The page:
Well, here we are, all plastered up. Neither of us is fat, but god we felt it after this. We both agreed we hated this stage a lot. And it was cold. WINTER IS A BAD TIME FOR THIS. Luckily Amanda had this gigantic floodlight that put off an impressive amount of heat, so we just stood in front of that for warmth when we were covered in plaster. 
It doesn't take too long to set, like 30-45 minutes. which was good, we both weren't fans of the restricted feeling. But it wasn't awful, we could breathe just fine and didn't have a problem with panicking from claustrophobia or anything. You just can't move. 

So we cut ourselves out along the sides and tops of the shoulders, and then we laid them out on the garage floor to dry. We propped the sides with the cans of foam we'd bought to keep them from spreading out. They were probably fully dried after about a day, but we didn't have a chance to do anything else with them for several days. After the first day Amanda coated the insides with this:

She did three coats on each side. I had read that it was a very good idea to seal your plaster to make it easier to remove from the foam, which makes sense. At this point, we were having trouble finding time to work together, so I ended up gathering my supplies and taking my stuff home, and we worked independently from here on. 

Based on some more reading, I knew I would need more help to keep the plaster from permanently bonding to the foam, so I used some basting spray on the inside of the plaster, and lined the whole thing in plastic wrap. I STRONGLY RECOMMEND THIS. Amanda took a different method and simply sprayed the inside of hers with WD-40. Which only works if you thoroughly soak your plaster form with it. She ended up only getting hers really well in one spot, and she never did get the plaster completely off the rest of it. Mine, with the plastic wrap, peeled off really neatly.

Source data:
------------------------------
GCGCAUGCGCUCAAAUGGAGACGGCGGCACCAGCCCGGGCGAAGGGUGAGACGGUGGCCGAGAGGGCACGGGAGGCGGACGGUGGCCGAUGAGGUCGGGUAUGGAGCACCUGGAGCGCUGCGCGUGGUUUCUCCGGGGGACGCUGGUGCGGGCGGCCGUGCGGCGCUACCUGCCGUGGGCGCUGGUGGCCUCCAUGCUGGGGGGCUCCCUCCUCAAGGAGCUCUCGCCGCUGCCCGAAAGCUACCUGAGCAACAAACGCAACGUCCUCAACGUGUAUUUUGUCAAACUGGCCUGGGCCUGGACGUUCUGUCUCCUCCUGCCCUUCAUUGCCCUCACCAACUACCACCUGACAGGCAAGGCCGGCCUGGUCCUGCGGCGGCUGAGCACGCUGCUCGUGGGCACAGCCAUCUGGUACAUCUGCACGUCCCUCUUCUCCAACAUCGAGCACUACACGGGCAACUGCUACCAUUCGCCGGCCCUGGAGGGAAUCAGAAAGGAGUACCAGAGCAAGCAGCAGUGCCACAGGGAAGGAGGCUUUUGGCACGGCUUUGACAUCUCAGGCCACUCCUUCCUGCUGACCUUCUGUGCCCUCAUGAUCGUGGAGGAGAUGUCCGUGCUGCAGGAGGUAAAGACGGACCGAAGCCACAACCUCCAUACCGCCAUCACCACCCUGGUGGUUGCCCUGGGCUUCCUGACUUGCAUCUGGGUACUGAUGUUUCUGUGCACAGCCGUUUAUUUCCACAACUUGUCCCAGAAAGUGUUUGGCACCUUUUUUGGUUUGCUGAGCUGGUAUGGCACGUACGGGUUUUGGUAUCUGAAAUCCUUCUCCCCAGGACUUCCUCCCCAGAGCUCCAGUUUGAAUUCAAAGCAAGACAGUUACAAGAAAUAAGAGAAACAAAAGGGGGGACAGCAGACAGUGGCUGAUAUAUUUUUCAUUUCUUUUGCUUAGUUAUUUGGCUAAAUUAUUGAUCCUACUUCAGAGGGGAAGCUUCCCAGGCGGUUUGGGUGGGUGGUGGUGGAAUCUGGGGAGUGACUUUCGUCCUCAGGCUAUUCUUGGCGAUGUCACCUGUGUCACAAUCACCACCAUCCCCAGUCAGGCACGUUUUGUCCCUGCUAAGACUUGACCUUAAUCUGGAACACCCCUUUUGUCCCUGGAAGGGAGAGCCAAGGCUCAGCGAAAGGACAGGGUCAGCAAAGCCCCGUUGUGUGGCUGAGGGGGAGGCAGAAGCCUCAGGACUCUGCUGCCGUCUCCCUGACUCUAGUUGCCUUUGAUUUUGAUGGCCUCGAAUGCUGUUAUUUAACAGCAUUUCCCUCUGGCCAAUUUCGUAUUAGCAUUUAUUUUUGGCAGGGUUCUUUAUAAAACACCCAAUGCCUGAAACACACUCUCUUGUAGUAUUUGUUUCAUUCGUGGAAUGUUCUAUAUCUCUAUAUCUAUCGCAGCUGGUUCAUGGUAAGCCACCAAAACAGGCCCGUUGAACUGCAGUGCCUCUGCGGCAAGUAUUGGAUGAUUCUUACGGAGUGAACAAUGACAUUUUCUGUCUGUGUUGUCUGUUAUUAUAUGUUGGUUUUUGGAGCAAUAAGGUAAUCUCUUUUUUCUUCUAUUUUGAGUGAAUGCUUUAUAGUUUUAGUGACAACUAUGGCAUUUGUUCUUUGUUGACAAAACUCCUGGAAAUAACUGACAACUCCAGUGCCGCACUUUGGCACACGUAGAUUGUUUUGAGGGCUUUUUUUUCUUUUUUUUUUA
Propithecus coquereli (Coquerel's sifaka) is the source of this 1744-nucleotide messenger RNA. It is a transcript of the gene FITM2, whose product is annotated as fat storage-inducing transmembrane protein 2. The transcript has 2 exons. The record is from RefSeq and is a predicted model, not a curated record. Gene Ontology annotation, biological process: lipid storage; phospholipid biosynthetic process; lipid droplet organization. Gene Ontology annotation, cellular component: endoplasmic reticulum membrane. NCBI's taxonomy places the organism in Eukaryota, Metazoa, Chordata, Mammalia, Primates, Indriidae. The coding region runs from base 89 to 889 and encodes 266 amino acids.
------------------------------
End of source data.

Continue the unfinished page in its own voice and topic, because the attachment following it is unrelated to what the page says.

Next, using waxed thread and a big, sharp, curved upholstery needle I stitched the two sides of the form together, to make it whole again. Big, messy stitches, but whatever, it doesn't matter too much.

I had a picture of Amanda's all stitched up, but I don't know where it went. Here it is, plastic wrap hanging over the edges, hanging on the stand that will later be her feet. I did end up using some extra plaster over the stitches to seal the seam better, but I don't think that was really necessary. If it had leaked out the sides, which I don't think it would have, it would have been easy to smooth out. 

And now she's ready for foam!

Stage Two

Filling it with Foam

Critical reason number 2 to do this in summer: Expanding foam does not like the cold and will make your life hell! You'll see what I mean. 

You will need:
expanding foam (duh) 4-6 cans. I used 6. well, seven, but that's for other reasons I'll explain later. 
your plaster cast (also duh)
rubber gloves that will be thrown away
the stand you are using for your form

Again, a messy stage. do this outdoors or put a tarp down. I ended up working in my garage. 

This is the foam I worked with: 
It came from Home Depot, at about $5.50 a can. I bought 6 for each of us, but I ended up somehow only taking 5 with me. So I picked up some more since I didn't feel like going all the way to Amanda's house. But I accidentally got something different:
Which says it's meant to fill gaps of less than one inch, but let me tell you what, I don't know why, but this stuff seemed to expand way more than the other stuff.

We used an IV stand that I got off of Amazon here: It made a perfect stand for the form. I had hoped that the adjustable height would be handy, but the form covers the knob, so make sure you set it at a good height before setting it in the foam. And simply don't attach the feet until you're done foaming, you don't want to deal with that bulk and weight, there's no reason to at this stage.